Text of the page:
In an explosion of revelations about sexual harassment involving famous and powerful men, perhaps one of the most shocking for many in Michigan was the revelation that NBC's "Today Show" host Matt Lauer had allegedly assaulted numerous women on the NBC staff. Overnight, Lauer was released from his multi-million dollar contract and fired from his job, even as more women came forward to accuse him of wrongdoing. Now, Lauer's wife, Annette Roque, is reportedly seeking a divorce, and many wonder how the couple's postnuptial agreement will affect the outcome.
After marriage, couples often build a life together that may include taking on shared debt. If they help each other through college, buy a home, purchase cars and raise children, they likely amass thousands in debt. It may seem like this is just another part of married life until the marriage begins to falter. What happens to all that debt when a couple files for divorce?
It seems as if researchers are constantly studying the reasons why marriages break up. While some studies come up with far-fetched causes for divorce, others make more sense and may help Michigan couples who are willing to take an honest look at themselves. One psychologist has studied married couples for decades, and he has named one behavior as an almost certain predictor of divorce.
Whether from a desire to find a solution or simply a fascination with statistics, analysts continue to study and rearrange data concerning marriages and divorces. Michigan couples may be encouraged one year and frustrated the next to hear the interpretation of data that supports longevity in marriage before dousing hope with dismal news of high divorce rates. Recently, however, a study has ranked divorce potential according to employment industries.
In the middle of personal tragedies, sometimes the hardest thing to deal with is that life goes on. While going through a divorce, there are still bills to pay, dishes to wash and laundry to fold. The grass will continue to go and the boss will expect employees to show up -- even those going through marital troubles. Michigan couples may struggle with this and wonder how best to behave at the office when things at home are falling apart.
Many Michigan couples who marry look forward to raising children. In fact, for some, having children is a lifelong dream, and they may plan for it years ahead of getting married by making lists of baby names, reading books about child rearing and even buying baby clothes. However, when time passes after the wedding and no children arrive, the couple may begin to have concerns about fertility. In some circles, it has long been assumed that infertility is one leading cause of divorce.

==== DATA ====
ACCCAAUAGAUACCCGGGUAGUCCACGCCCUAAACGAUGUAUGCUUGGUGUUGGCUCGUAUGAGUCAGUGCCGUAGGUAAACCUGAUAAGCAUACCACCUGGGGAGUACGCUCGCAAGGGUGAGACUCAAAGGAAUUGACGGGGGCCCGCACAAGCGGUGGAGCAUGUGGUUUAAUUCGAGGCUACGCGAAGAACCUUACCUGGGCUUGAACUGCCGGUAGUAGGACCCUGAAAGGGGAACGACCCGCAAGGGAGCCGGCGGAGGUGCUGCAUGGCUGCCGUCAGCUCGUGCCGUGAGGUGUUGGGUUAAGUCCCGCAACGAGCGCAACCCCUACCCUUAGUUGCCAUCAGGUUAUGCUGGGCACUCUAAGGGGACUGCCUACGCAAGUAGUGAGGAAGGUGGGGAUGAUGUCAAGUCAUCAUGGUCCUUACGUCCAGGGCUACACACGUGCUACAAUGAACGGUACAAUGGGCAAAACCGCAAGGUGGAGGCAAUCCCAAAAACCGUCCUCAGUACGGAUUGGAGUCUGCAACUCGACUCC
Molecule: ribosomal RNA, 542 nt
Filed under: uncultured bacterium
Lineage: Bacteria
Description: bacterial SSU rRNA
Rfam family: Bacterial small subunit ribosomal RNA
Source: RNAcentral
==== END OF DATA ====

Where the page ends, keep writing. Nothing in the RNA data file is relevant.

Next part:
Many people in Michigan understand the importance of planning ahead for a wedding, but few may realize the potentially devastating consequences of failing to plan when a marriage is ending. While divorce is usually a complicated and emotional matter, it may be even more so for those who have been married long enough for their finances to become entangled. When this is the case, careful preparation may mean a more positive financial future.
Statistics show that the numbers of people who marry and those who divorce fluctuate annually. People in Michigan seem to be interested in new research showing what predicts a successful marriage and what may indicate a couple is heading for divorce. New research presents another theory for why a couple may end up in divorce court, and that theory centers on salaries.
A fairy-tale wedding does not always mean happily ever after. In fact, some studies show that the more a couple spends on a wedding, the more likely they are to end in divorce. The reason for this may be that many couples -- who now spend an average of $26,600 on a wedding -- may also have student loans and other debt that causes tension and strain between the new husband and wife. However, fancy weddings may not be the only predictor that a Michigan marriage will not end happily.
When people talk about divorce, they usually focus on the negative aspects. They talk about fighting over the kids and complain about an unfair settlement. They speak of the emotional distress and having to start over. What they do not talk about are the benefits of being divorced.